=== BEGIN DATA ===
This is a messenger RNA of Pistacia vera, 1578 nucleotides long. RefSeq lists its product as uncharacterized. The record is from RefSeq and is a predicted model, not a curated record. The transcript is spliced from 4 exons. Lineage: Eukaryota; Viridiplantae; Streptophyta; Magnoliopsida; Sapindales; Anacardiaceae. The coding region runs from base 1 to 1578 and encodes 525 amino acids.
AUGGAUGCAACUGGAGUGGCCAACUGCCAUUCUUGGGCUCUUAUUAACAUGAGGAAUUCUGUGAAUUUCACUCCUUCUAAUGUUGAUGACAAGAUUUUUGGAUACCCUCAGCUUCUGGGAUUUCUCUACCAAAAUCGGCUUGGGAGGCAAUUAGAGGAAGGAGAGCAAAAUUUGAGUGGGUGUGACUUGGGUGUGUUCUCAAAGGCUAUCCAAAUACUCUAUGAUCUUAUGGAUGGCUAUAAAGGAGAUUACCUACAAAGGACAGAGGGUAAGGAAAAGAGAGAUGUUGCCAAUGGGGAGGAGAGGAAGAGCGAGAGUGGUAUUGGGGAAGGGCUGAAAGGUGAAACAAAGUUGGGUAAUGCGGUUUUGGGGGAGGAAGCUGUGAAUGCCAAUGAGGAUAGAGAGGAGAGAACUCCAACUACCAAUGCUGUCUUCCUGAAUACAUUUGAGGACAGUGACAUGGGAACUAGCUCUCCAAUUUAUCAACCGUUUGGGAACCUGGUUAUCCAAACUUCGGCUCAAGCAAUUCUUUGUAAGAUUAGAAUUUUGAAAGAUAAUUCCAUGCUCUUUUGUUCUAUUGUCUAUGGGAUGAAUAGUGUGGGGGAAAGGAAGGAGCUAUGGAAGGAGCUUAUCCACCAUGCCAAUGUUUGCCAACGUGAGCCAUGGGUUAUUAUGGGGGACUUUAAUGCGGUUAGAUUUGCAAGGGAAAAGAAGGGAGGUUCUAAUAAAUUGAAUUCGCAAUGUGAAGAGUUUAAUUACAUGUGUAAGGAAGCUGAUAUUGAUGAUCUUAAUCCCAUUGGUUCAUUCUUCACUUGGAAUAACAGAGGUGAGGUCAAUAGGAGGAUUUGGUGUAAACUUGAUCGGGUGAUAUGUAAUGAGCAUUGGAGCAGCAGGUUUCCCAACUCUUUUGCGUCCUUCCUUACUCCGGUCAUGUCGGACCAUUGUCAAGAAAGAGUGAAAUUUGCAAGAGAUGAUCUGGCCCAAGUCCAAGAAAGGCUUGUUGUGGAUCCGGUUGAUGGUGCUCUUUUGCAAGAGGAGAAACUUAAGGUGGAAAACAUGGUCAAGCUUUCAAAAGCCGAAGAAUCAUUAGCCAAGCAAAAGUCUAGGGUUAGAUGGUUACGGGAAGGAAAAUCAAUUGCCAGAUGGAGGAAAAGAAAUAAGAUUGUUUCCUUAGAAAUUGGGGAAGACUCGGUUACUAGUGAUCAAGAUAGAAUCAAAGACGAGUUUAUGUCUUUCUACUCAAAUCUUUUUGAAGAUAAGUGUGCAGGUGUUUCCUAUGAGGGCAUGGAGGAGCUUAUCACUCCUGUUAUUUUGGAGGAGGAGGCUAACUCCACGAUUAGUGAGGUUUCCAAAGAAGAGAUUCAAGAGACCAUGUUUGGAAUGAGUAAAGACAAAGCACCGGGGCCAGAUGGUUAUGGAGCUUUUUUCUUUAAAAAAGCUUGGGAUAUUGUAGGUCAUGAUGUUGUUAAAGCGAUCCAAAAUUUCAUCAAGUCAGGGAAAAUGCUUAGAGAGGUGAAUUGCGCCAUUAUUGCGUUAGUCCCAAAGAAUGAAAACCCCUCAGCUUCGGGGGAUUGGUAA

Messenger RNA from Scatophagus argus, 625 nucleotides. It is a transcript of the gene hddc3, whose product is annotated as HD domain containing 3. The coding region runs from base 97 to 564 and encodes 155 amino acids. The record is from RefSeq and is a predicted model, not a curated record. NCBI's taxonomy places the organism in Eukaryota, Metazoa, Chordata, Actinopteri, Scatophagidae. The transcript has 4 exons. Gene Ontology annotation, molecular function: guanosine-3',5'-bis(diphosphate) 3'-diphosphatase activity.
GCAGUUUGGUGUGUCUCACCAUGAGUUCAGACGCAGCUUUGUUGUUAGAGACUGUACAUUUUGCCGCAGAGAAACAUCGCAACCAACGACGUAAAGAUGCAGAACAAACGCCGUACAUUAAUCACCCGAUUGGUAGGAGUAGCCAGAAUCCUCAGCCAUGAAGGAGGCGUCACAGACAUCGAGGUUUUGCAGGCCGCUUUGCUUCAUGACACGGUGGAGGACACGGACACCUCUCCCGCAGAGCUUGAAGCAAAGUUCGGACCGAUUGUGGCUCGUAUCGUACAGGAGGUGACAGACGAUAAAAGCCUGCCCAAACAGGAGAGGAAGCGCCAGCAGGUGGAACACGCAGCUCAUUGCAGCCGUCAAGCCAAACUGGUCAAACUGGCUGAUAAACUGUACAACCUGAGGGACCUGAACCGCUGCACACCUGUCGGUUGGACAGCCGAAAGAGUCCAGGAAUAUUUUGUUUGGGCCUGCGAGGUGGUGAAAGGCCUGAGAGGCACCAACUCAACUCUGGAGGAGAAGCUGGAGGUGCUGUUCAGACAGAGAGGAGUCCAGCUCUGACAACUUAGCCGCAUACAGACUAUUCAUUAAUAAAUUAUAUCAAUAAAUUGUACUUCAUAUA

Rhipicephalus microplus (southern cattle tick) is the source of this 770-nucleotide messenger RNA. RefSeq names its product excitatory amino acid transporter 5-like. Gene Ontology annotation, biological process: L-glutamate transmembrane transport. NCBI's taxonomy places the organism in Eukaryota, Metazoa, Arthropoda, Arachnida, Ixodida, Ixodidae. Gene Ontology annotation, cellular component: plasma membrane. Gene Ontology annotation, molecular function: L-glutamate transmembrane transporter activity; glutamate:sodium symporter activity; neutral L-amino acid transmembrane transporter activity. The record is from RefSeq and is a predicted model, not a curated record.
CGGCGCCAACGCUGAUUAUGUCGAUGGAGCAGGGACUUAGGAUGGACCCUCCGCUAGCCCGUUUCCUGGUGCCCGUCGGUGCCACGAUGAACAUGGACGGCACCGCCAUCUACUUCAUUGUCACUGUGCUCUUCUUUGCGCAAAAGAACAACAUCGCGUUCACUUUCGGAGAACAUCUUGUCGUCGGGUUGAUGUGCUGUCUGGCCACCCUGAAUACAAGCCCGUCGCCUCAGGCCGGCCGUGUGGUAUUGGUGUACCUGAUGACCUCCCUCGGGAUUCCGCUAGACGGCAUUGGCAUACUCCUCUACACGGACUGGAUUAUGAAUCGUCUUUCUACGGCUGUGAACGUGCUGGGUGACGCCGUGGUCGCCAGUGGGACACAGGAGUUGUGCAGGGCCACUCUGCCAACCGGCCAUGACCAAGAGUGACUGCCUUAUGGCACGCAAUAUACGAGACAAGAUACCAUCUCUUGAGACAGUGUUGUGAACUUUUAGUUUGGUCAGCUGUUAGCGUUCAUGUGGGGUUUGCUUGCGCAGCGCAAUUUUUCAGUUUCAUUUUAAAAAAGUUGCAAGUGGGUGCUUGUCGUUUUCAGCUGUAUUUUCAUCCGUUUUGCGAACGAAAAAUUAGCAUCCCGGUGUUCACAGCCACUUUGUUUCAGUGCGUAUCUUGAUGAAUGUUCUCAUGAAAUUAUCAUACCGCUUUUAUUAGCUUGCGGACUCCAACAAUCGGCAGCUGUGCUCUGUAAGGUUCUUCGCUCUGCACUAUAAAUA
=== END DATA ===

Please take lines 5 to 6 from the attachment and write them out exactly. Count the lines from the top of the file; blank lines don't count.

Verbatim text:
Rhipicephalus microplus (southern cattle tick) is the source of this 770-nucleotide messenger RNA. RefSeq names its product excitatory amino acid transporter 5-like. Gene Ontology annotation, biological process: L-glutamate transmembrane transport. NCBI's taxonomy places the organism in Eukaryota, Metazoa, Arthropoda, Arachnida, Ixodida, Ixodidae. Gene Ontology annotation, cellular component: plasma membrane. Gene Ontology annotation, molecular function: L-glutamate transmembrane transporter activity; glutamate:sodium symporter activity; neutral L-amino acid transmembrane transporter activity. The record is from RefSeq and is a predicted model, not a curated record.
CGGCGCCAACGCUGAUUAUGUCGAUGGAGCAGGGACUUAGGAUGGACCCUCCGCUAGCCCGUUUCCUGGUGCCCGUCGGUGCCACGAUGAACAUGGACGGCACCGCCAUCUACUUCAUUGUCACUGUGCUCUUCUUUGCGCAAAAGAACAACAUCGCGUUCACUUUCGGAGAACAUCUUGUCGUCGGGUUGAUGUGCUGUCUGGCCACCCUGAAUACAAGCCCGUCGCCUCAGGCCGGCCGUGUGGUAUUGGUGUACCUGAUGACCUCCCUCGGGAUUCCGCUAGACGGCAUUGGCAUACUCCUCUACACGGACUGGAUUAUGAAUCGUCUUUCUACGGCUGUGAACGUGCUGGGUGACGCCGUGGUCGCCAGUGGGACACAGGAGUUGUGCAGGGCCACUCUGCCAACCGGCCAUGACCAAGAGUGACUGCCUUAUGGCACGCAAUAUACGAGACAAGAUACCAUCUCUUGAGACAGUGUUGUGAACUUUUAGUUUGGUCAGCUGUUAGCGUUCAUGUGGGGUUUGCUUGCGCAGCGCAAUUUUUCAGUUUCAUUUUAAAAAAGUUGCAAGUGGGUGCUUGUCGUUUUCAGCUGUAUUUUCAUCCGUUUUGCGAACGAAAAAUUAGCAUCCCGGUGUUCACAGCCACUUUGUUUCAGUGCGUAUCUUGAUGAAUGUUCUCAUGAAAUUAUCAUACCGCUUUUAUUAGCUUGCGGACUCCAACAAUCGGCAGCUGUGCUCUGUAAGGUUCUUCGCUCUGCACUAUAAAUA